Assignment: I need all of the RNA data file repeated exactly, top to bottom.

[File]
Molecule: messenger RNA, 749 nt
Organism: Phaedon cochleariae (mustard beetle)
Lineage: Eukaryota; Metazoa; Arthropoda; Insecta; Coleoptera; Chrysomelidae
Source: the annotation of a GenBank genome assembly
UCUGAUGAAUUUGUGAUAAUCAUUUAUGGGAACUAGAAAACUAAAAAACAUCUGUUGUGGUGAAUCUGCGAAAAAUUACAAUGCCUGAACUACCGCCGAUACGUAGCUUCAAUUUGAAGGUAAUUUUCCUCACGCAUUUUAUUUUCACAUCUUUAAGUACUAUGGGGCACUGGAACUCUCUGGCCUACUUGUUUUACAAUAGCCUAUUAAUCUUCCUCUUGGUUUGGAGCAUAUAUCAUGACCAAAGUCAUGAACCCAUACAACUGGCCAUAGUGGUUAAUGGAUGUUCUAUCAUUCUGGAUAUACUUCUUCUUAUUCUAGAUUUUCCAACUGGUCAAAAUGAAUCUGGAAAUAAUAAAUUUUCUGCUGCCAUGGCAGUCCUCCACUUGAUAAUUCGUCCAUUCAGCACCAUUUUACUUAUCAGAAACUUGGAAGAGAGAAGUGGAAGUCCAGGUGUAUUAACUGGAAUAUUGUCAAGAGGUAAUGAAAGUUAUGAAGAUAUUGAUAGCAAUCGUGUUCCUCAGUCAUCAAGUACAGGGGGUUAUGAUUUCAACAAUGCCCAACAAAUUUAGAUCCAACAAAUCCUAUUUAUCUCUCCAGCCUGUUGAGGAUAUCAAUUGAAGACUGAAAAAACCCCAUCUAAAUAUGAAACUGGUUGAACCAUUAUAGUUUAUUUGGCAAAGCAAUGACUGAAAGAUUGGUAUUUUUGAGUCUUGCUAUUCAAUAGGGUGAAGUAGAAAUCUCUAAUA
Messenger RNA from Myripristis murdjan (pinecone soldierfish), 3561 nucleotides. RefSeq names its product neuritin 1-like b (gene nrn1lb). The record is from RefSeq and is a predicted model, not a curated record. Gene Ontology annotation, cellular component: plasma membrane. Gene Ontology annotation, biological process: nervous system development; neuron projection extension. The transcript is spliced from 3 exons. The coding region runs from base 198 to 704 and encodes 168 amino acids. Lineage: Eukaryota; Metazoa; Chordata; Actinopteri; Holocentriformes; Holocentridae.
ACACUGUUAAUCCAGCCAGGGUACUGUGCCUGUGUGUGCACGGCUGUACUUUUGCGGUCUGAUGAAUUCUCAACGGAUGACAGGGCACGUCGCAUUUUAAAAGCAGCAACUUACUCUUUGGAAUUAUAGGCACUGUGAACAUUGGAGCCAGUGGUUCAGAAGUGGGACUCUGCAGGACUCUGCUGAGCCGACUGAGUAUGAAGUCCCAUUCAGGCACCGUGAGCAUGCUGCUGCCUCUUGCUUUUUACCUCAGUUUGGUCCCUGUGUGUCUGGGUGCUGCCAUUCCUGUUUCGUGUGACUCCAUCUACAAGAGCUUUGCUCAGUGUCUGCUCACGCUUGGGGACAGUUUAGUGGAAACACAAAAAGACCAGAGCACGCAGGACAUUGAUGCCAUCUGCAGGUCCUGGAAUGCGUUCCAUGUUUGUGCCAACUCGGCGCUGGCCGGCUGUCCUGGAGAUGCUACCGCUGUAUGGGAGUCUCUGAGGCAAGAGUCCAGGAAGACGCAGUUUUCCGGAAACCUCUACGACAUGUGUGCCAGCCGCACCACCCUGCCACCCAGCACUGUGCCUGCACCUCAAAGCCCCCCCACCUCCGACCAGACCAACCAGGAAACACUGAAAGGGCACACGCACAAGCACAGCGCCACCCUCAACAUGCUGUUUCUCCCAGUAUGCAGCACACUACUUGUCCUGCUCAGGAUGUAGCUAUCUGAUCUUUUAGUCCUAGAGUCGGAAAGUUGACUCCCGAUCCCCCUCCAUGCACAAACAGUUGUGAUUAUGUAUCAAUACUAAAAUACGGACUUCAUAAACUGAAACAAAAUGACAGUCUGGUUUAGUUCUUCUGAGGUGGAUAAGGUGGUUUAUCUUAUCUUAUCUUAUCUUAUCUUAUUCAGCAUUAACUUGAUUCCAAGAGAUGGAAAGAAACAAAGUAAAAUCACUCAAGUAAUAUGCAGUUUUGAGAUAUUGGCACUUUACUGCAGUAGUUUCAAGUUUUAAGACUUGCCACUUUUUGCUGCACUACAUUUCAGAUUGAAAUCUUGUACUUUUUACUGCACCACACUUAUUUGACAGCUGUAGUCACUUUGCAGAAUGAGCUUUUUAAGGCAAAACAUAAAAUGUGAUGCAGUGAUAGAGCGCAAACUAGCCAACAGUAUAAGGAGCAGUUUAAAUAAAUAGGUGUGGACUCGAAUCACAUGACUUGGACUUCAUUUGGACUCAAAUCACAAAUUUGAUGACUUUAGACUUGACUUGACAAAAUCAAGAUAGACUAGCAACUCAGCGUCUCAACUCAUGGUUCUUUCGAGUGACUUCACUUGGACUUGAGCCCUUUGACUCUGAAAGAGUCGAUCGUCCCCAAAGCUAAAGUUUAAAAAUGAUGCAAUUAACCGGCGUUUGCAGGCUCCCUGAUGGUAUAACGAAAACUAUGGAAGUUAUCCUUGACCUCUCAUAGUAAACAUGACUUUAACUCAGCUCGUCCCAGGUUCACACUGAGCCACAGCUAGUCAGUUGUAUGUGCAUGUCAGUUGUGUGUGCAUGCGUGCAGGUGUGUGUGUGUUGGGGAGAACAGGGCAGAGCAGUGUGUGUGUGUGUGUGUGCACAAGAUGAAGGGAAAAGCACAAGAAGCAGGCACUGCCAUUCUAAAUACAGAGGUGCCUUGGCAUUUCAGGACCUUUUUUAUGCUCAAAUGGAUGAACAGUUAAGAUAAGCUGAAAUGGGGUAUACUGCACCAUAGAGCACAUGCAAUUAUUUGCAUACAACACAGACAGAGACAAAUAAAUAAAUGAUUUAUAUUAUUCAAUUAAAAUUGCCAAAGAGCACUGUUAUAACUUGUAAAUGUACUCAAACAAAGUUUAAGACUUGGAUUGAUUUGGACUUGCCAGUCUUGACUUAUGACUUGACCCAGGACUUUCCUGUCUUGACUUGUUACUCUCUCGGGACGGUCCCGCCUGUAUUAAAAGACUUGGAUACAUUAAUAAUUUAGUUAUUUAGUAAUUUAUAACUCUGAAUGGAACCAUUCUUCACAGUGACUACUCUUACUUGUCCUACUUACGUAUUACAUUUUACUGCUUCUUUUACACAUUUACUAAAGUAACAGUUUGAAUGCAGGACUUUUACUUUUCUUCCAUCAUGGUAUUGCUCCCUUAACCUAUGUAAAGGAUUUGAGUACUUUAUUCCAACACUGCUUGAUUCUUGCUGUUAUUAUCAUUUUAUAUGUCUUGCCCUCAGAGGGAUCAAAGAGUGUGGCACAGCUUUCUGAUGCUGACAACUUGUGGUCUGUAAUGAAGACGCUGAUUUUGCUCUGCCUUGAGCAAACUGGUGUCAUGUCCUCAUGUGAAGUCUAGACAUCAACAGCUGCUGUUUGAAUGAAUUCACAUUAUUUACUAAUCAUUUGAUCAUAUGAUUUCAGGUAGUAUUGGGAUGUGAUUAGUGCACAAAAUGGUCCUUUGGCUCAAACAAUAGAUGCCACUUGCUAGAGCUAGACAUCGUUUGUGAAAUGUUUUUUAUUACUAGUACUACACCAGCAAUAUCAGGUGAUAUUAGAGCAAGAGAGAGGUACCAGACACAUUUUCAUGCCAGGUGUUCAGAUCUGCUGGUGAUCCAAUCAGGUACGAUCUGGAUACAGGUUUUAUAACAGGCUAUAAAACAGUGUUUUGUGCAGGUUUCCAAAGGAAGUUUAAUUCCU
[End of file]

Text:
Molecule: messenger RNA, 749 nt
Organism: Phaedon cochleariae (mustard beetle)
Lineage: Eukaryota; Metazoa; Arthropoda; Insecta; Coleoptera; Chrysomelidae
Source: the annotation of a GenBank genome assembly
UCUGAUGAAUUUGUGAUAAUCAUUUAUGGGAACUAGAAAACUAAAAAACAUCUGUUGUGGUGAAUCUGCGAAAAAUUACAAUGCCUGAACUACCGCCGAUACGUAGCUUCAAUUUGAAGGUAAUUUUCCUCACGCAUUUUAUUUUCACAUCUUUAAGUACUAUGGGGCACUGGAACUCUCUGGCCUACUUGUUUUACAAUAGCCUAUUAAUCUUCCUCUUGGUUUGGAGCAUAUAUCAUGACCAAAGUCAUGAACCCAUACAACUGGCCAUAGUGGUUAAUGGAUGUUCUAUCAUUCUGGAUAUACUUCUUCUUAUUCUAGAUUUUCCAACUGGUCAAAAUGAAUCUGGAAAUAAUAAAUUUUCUGCUGCCAUGGCAGUCCUCCACUUGAUAAUUCGUCCAUUCAGCACCAUUUUACUUAUCAGAAACUUGGAAGAGAGAAGUGGAAGUCCAGGUGUAUUAACUGGAAUAUUGUCAAGAGGUAAUGAAAGUUAUGAAGAUAUUGAUAGCAAUCGUGUUCCUCAGUCAUCAAGUACAGGGGGUUAUGAUUUCAACAAUGCCCAACAAAUUUAGAUCCAACAAAUCCUAUUUAUCUCUCCAGCCUGUUGAGGAUAUCAAUUGAAGACUGAAAAAACCCCAUCUAAAUAUGAAACUGGUUGAACCAUUAUAGUUUAUUUGGCAAAGCAAUGACUGAAAGAUUGGUAUUUUUGAGUCUUGCUAUUCAAUAGGGUGAAGUAGAAAUCUCUAAUA
Messenger RNA from Myripristis murdjan (pinecone soldierfish), 3561 nucleotides. RefSeq names its product neuritin 1-like b (gene nrn1lb). The record is from RefSeq and is a predicted model, not a curated record. Gene Ontology annotation, cellular component: plasma membrane. Gene Ontology annotation, biological process: nervous system development; neuron projection extension. The transcript is spliced from 3 exons. The coding region runs from base 198 to 704 and encodes 168 amino acids. Lineage: Eukaryota; Metazoa; Chordata; Actinopteri; Holocentriformes; Holocentridae.
ACACUGUUAAUCCAGCCAGGGUACUGUGCCUGUGUGUGCACGGCUGUACUUUUGCGGUCUGAUGAAUUCUCAACGGAUGACAGGGCACGUCGCAUUUUAAAAGCAGCAACUUACUCUUUGGAAUUAUAGGCACUGUGAACAUUGGAGCCAGUGGUUCAGAAGUGGGACUCUGCAGGACUCUGCUGAGCCGACUGAGUAUGAAGUCCCAUUCAGGCACCGUGAGCAUGCUGCUGCCUCUUGCUUUUUACCUCAGUUUGGUCCCUGUGUGUCUGGGUGCUGCCAUUCCUGUUUCGUGUGACUCCAUCUACAAGAGCUUUGCUCAGUGUCUGCUCACGCUUGGGGACAGUUUAGUGGAAACACAAAAAGACCAGAGCACGCAGGACAUUGAUGCCAUCUGCAGGUCCUGGAAUGCGUUCCAUGUUUGUGCCAACUCGGCGCUGGCCGGCUGUCCUGGAGAUGCUACCGCUGUAUGGGAGUCUCUGAGGCAAGAGUCCAGGAAGACGCAGUUUUCCGGAAACCUCUACGACAUGUGUGCCAGCCGCACCACCCUGCCACCCAGCACUGUGCCUGCACCUCAAAGCCCCCCCACCUCCGACCAGACCAACCAGGAAACACUGAAAGGGCACACGCACAAGCACAGCGCCACCCUCAACAUGCUGUUUCUCCCAGUAUGCAGCACACUACUUGUCCUGCUCAGGAUGUAGCUAUCUGAUCUUUUAGUCCUAGAGUCGGAAAGUUGACUCCCGAUCCCCCUCCAUGCACAAACAGUUGUGAUUAUGUAUCAAUACUAAAAUACGGACUUCAUAAACUGAAACAAAAUGACAGUCUGGUUUAGUUCUUCUGAGGUGGAUAAGGUGGUUUAUCUUAUCUUAUCUUAUCUUAUCUUAUUCAGCAUUAACUUGAUUCCAAGAGAUGGAAAGAAACAAAGUAAAAUCACUCAAGUAAUAUGCAGUUUUGAGAUAUUGGCACUUUACUGCAGUAGUUUCAAGUUUUAAGACUUGCCACUUUUUGCUGCACUACAUUUCAGAUUGAAAUCUUGUACUUUUUACUGCACCACACUUAUUUGACAGCUGUAGUCACUUUGCAGAAUGAGCUUUUUAAGGCAAAACAUAAAAUGUGAUGCAGUGAUAGAGCGCAAACUAGCCAACAGUAUAAGGAGCAGUUUAAAUAAAUAGGUGUGGACUCGAAUCACAUGACUUGGACUUCAUUUGGACUCAAAUCACAAAUUUGAUGACUUUAGACUUGACUUGACAAAAUCAAGAUAGACUAGCAACUCAGCGUCUCAACUCAUGGUUCUUUCGAGUGACUUCACUUGGACUUGAGCCCUUUGACUCUGAAAGAGUCGAUCGUCCCCAAAGCUAAAGUUUAAAAAUGAUGCAAUUAACCGGCGUUUGCAGGCUCCCUGAUGGUAUAACGAAAACUAUGGAAGUUAUCCUUGACCUCUCAUAGUAAACAUGACUUUAACUCAGCUCGUCCCAGGUUCACACUGAGCCACAGCUAGUCAGUUGUAUGUGCAUGUCAGUUGUGUGUGCAUGCGUGCAGGUGUGUGUGUGUUGGGGAGAACAGGGCAGAGCAGUGUGUGUGUGUGUGUGUGCACAAGAUGAAGGGAAAAGCACAAGAAGCAGGCACUGCCAUUCUAAAUACAGAGGUGCCUUGGCAUUUCAGGACCUUUUUUAUGCUCAAAUGGAUGAACAGUUAAGAUAAGCUGAAAUGGGGUAUACUGCACCAUAGAGCACAUGCAAUUAUUUGCAUACAACACAGACAGAGACAAAUAAAUAAAUGAUUUAUAUUAUUCAAUUAAAAUUGCCAAAGAGCACUGUUAUAACUUGUAAAUGUACUCAAACAAAGUUUAAGACUUGGAUUGAUUUGGACUUGCCAGUCUUGACUUAUGACUUGACCCAGGACUUUCCUGUCUUGACUUGUUACUCUCUCGGGACGGUCCCGCCUGUAUUAAAAGACUUGGAUACAUUAAUAAUUUAGUUAUUUAGUAAUUUAUAACUCUGAAUGGAACCAUUCUUCACAGUGACUACUCUUACUUGUCCUACUUACGUAUUACAUUUUACUGCUUCUUUUACACAUUUACUAAAGUAACAGUUUGAAUGCAGGACUUUUACUUUUCUUCCAUCAUGGUAUUGCUCCCUUAACCUAUGUAAAGGAUUUGAGUACUUUAUUCCAACACUGCUUGAUUCUUGCUGUUAUUAUCAUUUUAUAUGUCUUGCCCUCAGAGGGAUCAAAGAGUGUGGCACAGCUUUCUGAUGCUGACAACUUGUGGUCUGUAAUGAAGACGCUGAUUUUGCUCUGCCUUGAGCAAACUGGUGUCAUGUCCUCAUGUGAAGUCUAGACAUCAACAGCUGCUGUUUGAAUGAAUUCACAUUAUUUACUAAUCAUUUGAUCAUAUGAUUUCAGGUAGUAUUGGGAUGUGAUUAGUGCACAAAAUGGUCCUUUGGCUCAAACAAUAGAUGCCACUUGCUAGAGCUAGACAUCGUUUGUGAAAUGUUUUUUAUUACUAGUACUACACCAGCAAUAUCAGGUGAUAUUAGAGCAAGAGAGAGGUACCAGACACAUUUUCAUGCCAGGUGUUCAGAUCUGCUGGUGAUCCAAUCAGGUACGAUCUGGAUACAGGUUUUAUAACAGGCUAUAAAACAGUGUUUUGUGCAGGUUUCCAAAGGAAGUUUAAUUCCU